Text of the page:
Cortland in talks to buy £400m Dandara portfolio

US build-to-rent giant Cortland Partners is in discussions to acquire UK developer Dandara’s £400m regional portfolio.

Cortland’s UK division, which launched in early 2018, is lining up financing from Pension Insurance Corporation Group to back the deal.

Ultimately, Cortland plans to build a £4bn pipeline of 10,000 homes in the UK  over a five-year period.

Last October, EG revealed that UK developer Dandara had appointed Rothschild to sell the 2,000-home regional portfolio.

The portfolio includes Chapel Wharf in Manchester, which totals 995 flats; Birmingham’s Arena Central, which has 324 flats; and Leodis Square in Leeds, which comprises 742 flats.

There is also the option to acquire sites in Glasgow and Aberdeen at a later stage, which could bring the total number of homes to more than 3,000.

The £400m acquisition would be a major win for Cortland’s UK team, which last year bought  UK developer Orion Land and Leisure and its 485-home Cassiobridge site, with options on a further 1,450 homes under offer.

The operator appointed Andrew Screen as chief investment officer in September, tasked with leading the development and finance team. The BTR veteran was the lead advisor at CBRE on the Orion Land and Leisure acquisition.

It has ambitious plans to scale up quickly, mirroring its US approach. Cortland set a target to focus 50-65% of growth in outer London and the M25, with the remainder in regional centres.

Atlanta-based Cortland owns and manages 45,000 units in the US using balance sheet cash, alongside institutional debt and private equity, with partners including Canada Pension Plan Investment Board and GIC.

Savills is advising Cortland on the acquisition. All parties declined to comment.

PIC eyes first BTR deal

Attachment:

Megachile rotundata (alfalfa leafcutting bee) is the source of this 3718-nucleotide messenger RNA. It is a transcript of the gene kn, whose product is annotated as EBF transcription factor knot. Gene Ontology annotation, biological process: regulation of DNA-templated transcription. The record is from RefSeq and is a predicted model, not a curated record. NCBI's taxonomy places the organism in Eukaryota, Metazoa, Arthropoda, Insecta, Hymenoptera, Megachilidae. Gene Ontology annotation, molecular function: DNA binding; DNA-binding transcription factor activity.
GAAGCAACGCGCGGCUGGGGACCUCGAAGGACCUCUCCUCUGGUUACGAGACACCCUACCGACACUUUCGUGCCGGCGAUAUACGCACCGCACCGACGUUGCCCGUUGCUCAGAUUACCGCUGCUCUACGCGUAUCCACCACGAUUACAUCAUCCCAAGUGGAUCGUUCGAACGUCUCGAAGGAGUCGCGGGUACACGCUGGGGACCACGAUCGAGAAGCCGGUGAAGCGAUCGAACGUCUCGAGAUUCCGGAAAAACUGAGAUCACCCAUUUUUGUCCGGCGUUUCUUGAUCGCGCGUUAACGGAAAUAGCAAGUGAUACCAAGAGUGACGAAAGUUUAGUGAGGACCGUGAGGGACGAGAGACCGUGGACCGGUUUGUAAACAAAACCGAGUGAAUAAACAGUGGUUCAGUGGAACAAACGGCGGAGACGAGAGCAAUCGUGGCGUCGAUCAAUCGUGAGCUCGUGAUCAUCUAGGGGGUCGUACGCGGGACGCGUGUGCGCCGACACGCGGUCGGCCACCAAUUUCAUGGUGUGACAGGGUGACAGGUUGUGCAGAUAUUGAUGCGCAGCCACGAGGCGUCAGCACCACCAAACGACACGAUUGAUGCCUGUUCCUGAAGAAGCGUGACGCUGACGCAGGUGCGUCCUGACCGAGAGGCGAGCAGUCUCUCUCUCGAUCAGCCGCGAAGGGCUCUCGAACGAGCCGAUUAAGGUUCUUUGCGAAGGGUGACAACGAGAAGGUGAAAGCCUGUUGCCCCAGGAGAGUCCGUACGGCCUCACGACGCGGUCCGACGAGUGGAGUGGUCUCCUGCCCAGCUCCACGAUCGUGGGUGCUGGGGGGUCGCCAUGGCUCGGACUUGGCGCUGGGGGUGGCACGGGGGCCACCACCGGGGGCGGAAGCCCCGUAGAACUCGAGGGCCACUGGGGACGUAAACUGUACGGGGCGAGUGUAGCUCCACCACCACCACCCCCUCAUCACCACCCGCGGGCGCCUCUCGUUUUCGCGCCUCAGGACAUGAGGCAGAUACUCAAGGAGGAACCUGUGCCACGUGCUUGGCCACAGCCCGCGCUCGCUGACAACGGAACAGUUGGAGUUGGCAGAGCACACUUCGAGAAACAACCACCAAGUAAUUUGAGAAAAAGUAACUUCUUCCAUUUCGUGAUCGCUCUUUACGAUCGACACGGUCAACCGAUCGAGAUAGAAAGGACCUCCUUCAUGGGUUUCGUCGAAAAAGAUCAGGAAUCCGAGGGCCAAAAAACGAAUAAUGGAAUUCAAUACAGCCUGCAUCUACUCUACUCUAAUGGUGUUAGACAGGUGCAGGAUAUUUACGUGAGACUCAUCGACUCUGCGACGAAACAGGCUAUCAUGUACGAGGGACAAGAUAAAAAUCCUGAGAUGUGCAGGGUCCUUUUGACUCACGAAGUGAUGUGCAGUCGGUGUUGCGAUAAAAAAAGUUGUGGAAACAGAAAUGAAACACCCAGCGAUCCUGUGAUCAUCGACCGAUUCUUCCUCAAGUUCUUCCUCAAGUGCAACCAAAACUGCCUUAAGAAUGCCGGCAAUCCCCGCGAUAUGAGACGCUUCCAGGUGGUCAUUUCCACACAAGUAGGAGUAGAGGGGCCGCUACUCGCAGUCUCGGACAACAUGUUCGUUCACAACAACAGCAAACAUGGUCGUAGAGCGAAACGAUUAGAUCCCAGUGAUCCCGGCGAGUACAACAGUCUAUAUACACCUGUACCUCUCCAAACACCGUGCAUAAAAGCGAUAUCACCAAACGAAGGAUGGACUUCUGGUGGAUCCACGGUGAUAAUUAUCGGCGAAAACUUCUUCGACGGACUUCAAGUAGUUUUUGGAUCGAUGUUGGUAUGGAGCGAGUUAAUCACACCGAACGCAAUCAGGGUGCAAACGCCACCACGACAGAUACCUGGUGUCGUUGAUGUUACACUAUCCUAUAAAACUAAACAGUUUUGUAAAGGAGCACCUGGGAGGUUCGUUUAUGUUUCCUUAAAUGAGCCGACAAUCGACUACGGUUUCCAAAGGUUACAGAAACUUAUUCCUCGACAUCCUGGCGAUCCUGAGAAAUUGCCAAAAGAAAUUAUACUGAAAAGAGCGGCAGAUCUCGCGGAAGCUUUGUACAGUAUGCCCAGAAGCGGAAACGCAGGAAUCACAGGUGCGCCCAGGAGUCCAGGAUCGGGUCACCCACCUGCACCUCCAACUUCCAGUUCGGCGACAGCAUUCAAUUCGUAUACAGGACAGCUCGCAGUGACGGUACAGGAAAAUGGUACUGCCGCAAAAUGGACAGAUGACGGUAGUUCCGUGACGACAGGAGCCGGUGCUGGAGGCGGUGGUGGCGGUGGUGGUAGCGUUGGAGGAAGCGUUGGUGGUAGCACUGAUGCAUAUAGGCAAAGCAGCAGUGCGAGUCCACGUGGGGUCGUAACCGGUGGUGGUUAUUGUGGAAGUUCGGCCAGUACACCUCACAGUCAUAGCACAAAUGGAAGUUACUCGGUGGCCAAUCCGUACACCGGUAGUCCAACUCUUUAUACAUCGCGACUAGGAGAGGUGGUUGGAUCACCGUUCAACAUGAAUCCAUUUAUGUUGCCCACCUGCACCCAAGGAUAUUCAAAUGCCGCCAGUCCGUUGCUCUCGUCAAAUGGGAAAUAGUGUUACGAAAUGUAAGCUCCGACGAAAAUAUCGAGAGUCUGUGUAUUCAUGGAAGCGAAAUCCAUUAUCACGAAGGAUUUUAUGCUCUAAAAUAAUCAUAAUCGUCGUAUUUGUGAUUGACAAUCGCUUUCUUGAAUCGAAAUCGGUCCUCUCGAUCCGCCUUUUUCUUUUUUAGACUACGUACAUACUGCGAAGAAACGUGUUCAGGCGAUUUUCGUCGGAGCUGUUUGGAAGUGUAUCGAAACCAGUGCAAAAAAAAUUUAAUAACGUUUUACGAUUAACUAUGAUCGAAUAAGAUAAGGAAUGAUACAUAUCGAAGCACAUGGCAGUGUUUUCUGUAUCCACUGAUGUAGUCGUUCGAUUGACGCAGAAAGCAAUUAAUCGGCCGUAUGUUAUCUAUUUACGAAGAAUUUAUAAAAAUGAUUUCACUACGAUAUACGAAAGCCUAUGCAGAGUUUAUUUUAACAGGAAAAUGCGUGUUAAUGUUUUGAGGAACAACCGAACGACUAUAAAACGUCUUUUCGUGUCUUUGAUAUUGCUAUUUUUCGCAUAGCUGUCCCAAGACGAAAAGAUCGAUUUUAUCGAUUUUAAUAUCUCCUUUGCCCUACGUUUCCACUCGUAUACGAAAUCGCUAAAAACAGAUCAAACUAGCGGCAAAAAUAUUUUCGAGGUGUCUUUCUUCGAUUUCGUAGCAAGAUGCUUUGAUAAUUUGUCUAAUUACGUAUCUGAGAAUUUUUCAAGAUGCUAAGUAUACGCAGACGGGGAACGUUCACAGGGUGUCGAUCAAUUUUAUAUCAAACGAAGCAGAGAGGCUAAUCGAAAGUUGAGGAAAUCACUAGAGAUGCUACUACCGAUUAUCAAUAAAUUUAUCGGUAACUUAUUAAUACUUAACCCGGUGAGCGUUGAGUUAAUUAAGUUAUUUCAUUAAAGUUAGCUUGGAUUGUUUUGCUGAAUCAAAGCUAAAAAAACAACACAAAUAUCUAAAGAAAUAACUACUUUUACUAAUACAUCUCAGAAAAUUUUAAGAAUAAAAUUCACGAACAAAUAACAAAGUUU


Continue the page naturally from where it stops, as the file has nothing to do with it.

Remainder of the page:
The Dandara deal would be the first major build-to-rent play for PIC as investors seek to capitalise on a booming property asset class.

Institutions from around the world invested £3.1bn in the UK private rented sector last year, up by 33% from 2017, according to CBRE’s UK Residential Investment Report.

The UK pension fund buyout firm has a £31.4bn investment portfolio, with more than £1.5bn in social housing through debt investments with housing associations. In 2018, it invested £265m in social housing, £400m in student accommodation and around £150m in commercial property.

Standout deals included £125m in debt for University Partnerships Programme to redevelop Exeter University’s main campus, and £140m to Durham University for new facilities, following a £90m investment in student accommodation at the university.

Last year, PIC also backed housing association Accord with a £100m senior private placement.

PIC looks for long-dated, secure cash flows to back its pension liabilities, and backed Cortland’s UK expansion at the start of last year.

In 2018, the Abu Dhabi Investment Authority, one of the world’s biggest sovereign wealth funds, acquired a stake of 17.1% in PIC.

Adia bought the stake from private equity firm JC Flowers, one of the founding investors in PIC when it was launched by City financier Edmund Truell in 2006.


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